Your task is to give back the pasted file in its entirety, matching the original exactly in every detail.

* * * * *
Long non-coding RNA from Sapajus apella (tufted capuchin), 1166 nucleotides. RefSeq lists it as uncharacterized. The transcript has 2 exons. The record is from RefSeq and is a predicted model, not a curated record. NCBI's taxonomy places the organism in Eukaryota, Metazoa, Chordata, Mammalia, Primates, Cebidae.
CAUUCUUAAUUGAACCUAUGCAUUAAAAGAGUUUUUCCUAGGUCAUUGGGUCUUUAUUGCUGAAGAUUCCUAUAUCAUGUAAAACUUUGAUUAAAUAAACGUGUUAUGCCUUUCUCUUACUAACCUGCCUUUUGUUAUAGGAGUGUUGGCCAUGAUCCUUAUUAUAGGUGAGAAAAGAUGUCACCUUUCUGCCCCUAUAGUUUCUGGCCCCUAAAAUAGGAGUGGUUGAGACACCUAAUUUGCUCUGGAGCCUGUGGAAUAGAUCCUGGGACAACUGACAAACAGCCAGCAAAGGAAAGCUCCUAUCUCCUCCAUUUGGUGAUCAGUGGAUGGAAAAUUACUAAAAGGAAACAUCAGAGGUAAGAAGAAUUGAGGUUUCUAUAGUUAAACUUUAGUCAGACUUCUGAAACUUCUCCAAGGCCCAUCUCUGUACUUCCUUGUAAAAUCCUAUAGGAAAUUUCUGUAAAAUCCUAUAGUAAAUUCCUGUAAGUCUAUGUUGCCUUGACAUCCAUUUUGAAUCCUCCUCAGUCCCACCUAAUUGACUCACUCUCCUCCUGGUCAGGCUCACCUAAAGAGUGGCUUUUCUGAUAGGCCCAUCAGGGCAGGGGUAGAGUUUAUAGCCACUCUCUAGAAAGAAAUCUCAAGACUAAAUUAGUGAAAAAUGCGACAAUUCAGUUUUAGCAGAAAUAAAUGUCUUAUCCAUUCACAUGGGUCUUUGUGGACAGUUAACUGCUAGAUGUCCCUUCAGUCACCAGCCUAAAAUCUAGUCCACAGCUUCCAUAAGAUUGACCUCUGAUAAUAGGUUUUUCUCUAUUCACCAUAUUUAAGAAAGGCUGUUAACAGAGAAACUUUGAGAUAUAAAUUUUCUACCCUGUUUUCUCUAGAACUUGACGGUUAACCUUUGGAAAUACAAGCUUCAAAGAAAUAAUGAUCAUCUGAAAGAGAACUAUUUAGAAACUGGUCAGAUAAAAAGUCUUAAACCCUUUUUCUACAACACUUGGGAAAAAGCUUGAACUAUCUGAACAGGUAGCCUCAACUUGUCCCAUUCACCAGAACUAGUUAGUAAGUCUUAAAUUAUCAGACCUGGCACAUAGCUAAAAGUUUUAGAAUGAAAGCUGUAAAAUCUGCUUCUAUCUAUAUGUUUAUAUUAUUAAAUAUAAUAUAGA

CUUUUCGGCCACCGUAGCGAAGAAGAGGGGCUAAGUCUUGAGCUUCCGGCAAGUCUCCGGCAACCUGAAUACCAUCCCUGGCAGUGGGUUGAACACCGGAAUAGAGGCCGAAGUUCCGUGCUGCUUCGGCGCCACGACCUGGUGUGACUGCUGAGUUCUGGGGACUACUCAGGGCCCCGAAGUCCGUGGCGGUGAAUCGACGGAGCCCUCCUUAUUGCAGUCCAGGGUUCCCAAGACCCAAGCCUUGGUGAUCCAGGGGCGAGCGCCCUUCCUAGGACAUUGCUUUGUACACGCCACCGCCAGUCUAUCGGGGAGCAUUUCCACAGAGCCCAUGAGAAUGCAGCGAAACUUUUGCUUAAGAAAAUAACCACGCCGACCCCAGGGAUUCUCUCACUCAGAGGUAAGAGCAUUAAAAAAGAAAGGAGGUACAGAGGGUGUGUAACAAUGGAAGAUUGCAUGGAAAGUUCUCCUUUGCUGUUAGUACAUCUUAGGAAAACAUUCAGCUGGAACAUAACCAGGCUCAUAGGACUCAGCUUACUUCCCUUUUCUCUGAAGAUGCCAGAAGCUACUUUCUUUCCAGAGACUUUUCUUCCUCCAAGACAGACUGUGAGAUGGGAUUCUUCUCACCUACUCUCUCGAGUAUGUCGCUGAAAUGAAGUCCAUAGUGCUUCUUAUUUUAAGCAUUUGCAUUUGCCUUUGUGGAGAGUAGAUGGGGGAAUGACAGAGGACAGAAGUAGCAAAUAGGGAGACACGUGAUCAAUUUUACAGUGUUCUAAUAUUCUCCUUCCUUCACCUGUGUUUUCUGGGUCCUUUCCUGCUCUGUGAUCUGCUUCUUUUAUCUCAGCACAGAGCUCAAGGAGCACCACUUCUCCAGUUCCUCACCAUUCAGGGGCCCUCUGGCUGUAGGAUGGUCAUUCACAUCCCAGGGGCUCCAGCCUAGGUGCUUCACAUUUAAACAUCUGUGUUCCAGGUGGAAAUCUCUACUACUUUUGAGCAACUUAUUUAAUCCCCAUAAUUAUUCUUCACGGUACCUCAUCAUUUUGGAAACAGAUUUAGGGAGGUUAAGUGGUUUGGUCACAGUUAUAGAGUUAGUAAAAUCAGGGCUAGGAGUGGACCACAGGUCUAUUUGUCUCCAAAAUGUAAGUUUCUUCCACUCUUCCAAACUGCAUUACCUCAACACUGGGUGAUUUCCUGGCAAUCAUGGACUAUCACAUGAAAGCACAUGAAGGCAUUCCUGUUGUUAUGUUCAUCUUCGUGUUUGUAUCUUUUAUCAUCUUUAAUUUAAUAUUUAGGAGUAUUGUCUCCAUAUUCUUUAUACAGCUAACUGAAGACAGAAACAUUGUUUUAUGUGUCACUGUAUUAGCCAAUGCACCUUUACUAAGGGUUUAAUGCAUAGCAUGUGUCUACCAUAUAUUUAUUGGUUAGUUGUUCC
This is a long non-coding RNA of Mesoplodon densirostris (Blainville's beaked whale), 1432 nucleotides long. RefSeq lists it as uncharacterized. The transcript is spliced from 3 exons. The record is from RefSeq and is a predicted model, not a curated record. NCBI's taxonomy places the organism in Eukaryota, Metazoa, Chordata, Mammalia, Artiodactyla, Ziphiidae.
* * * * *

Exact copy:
Long non-coding RNA from Sapajus apella (tufted capuchin), 1166 nucleotides. RefSeq lists it as uncharacterized. The transcript has 2 exons. The record is from RefSeq and is a predicted model, not a curated record. NCBI's taxonomy places the organism in Eukaryota, Metazoa, Chordata, Mammalia, Primates, Cebidae.
CAUUCUUAAUUGAACCUAUGCAUUAAAAGAGUUUUUCCUAGGUCAUUGGGUCUUUAUUGCUGAAGAUUCCUAUAUCAUGUAAAACUUUGAUUAAAUAAACGUGUUAUGCCUUUCUCUUACUAACCUGCCUUUUGUUAUAGGAGUGUUGGCCAUGAUCCUUAUUAUAGGUGAGAAAAGAUGUCACCUUUCUGCCCCUAUAGUUUCUGGCCCCUAAAAUAGGAGUGGUUGAGACACCUAAUUUGCUCUGGAGCCUGUGGAAUAGAUCCUGGGACAACUGACAAACAGCCAGCAAAGGAAAGCUCCUAUCUCCUCCAUUUGGUGAUCAGUGGAUGGAAAAUUACUAAAAGGAAACAUCAGAGGUAAGAAGAAUUGAGGUUUCUAUAGUUAAACUUUAGUCAGACUUCUGAAACUUCUCCAAGGCCCAUCUCUGUACUUCCUUGUAAAAUCCUAUAGGAAAUUUCUGUAAAAUCCUAUAGUAAAUUCCUGUAAGUCUAUGUUGCCUUGACAUCCAUUUUGAAUCCUCCUCAGUCCCACCUAAUUGACUCACUCUCCUCCUGGUCAGGCUCACCUAAAGAGUGGCUUUUCUGAUAGGCCCAUCAGGGCAGGGGUAGAGUUUAUAGCCACUCUCUAGAAAGAAAUCUCAAGACUAAAUUAGUGAAAAAUGCGACAAUUCAGUUUUAGCAGAAAUAAAUGUCUUAUCCAUUCACAUGGGUCUUUGUGGACAGUUAACUGCUAGAUGUCCCUUCAGUCACCAGCCUAAAAUCUAGUCCACAGCUUCCAUAAGAUUGACCUCUGAUAAUAGGUUUUUCUCUAUUCACCAUAUUUAAGAAAGGCUGUUAACAGAGAAACUUUGAGAUAUAAAUUUUCUACCCUGUUUUCUCUAGAACUUGACGGUUAACCUUUGGAAAUACAAGCUUCAAAGAAAUAAUGAUCAUCUGAAAGAGAACUAUUUAGAAACUGGUCAGAUAAAAAGUCUUAAACCCUUUUUCUACAACACUUGGGAAAAAGCUUGAACUAUCUGAACAGGUAGCCUCAACUUGUCCCAUUCACCAGAACUAGUUAGUAAGUCUUAAAUUAUCAGACCUGGCACAUAGCUAAAAGUUUUAGAAUGAAAGCUGUAAAAUCUGCUUCUAUCUAUAUGUUUAUAUUAUUAAAUAUAAUAUAGA

CUUUUCGGCCACCGUAGCGAAGAAGAGGGGCUAAGUCUUGAGCUUCCGGCAAGUCUCCGGCAACCUGAAUACCAUCCCUGGCAGUGGGUUGAACACCGGAAUAGAGGCCGAAGUUCCGUGCUGCUUCGGCGCCACGACCUGGUGUGACUGCUGAGUUCUGGGGACUACUCAGGGCCCCGAAGUCCGUGGCGGUGAAUCGACGGAGCCCUCCUUAUUGCAGUCCAGGGUUCCCAAGACCCAAGCCUUGGUGAUCCAGGGGCGAGCGCCCUUCCUAGGACAUUGCUUUGUACACGCCACCGCCAGUCUAUCGGGGAGCAUUUCCACAGAGCCCAUGAGAAUGCAGCGAAACUUUUGCUUAAGAAAAUAACCACGCCGACCCCAGGGAUUCUCUCACUCAGAGGUAAGAGCAUUAAAAAAGAAAGGAGGUACAGAGGGUGUGUAACAAUGGAAGAUUGCAUGGAAAGUUCUCCUUUGCUGUUAGUACAUCUUAGGAAAACAUUCAGCUGGAACAUAACCAGGCUCAUAGGACUCAGCUUACUUCCCUUUUCUCUGAAGAUGCCAGAAGCUACUUUCUUUCCAGAGACUUUUCUUCCUCCAAGACAGACUGUGAGAUGGGAUUCUUCUCACCUACUCUCUCGAGUAUGUCGCUGAAAUGAAGUCCAUAGUGCUUCUUAUUUUAAGCAUUUGCAUUUGCCUUUGUGGAGAGUAGAUGGGGGAAUGACAGAGGACAGAAGUAGCAAAUAGGGAGACACGUGAUCAAUUUUACAGUGUUCUAAUAUUCUCCUUCCUUCACCUGUGUUUUCUGGGUCCUUUCCUGCUCUGUGAUCUGCUUCUUUUAUCUCAGCACAGAGCUCAAGGAGCACCACUUCUCCAGUUCCUCACCAUUCAGGGGCCCUCUGGCUGUAGGAUGGUCAUUCACAUCCCAGGGGCUCCAGCCUAGGUGCUUCACAUUUAAACAUCUGUGUUCCAGGUGGAAAUCUCUACUACUUUUGAGCAACUUAUUUAAUCCCCAUAAUUAUUCUUCACGGUACCUCAUCAUUUUGGAAACAGAUUUAGGGAGGUUAAGUGGUUUGGUCACAGUUAUAGAGUUAGUAAAAUCAGGGCUAGGAGUGGACCACAGGUCUAUUUGUCUCCAAAAUGUAAGUUUCUUCCACUCUUCCAAACUGCAUUACCUCAACACUGGGUGAUUUCCUGGCAAUCAUGGACUAUCACAUGAAAGCACAUGAAGGCAUUCCUGUUGUUAUGUUCAUCUUCGUGUUUGUAUCUUUUAUCAUCUUUAAUUUAAUAUUUAGGAGUAUUGUCUCCAUAUUCUUUAUACAGCUAACUGAAGACAGAAACAUUGUUUUAUGUGUCACUGUAUUAGCCAAUGCACCUUUACUAAGGGUUUAAUGCAUAGCAUGUGUCUACCAUAUAUUUAUUGGUUAGUUGUUCC
This is a long non-coding RNA of Mesoplodon densirostris (Blainville's beaked whale), 1432 nucleotides long. RefSeq lists it as uncharacterized. The transcript is spliced from 3 exons. The record is from RefSeq and is a predicted model, not a curated record. NCBI's taxonomy places the organism in Eukaryota, Metazoa, Chordata, Mammalia, Artiodactyla, Ziphiidae.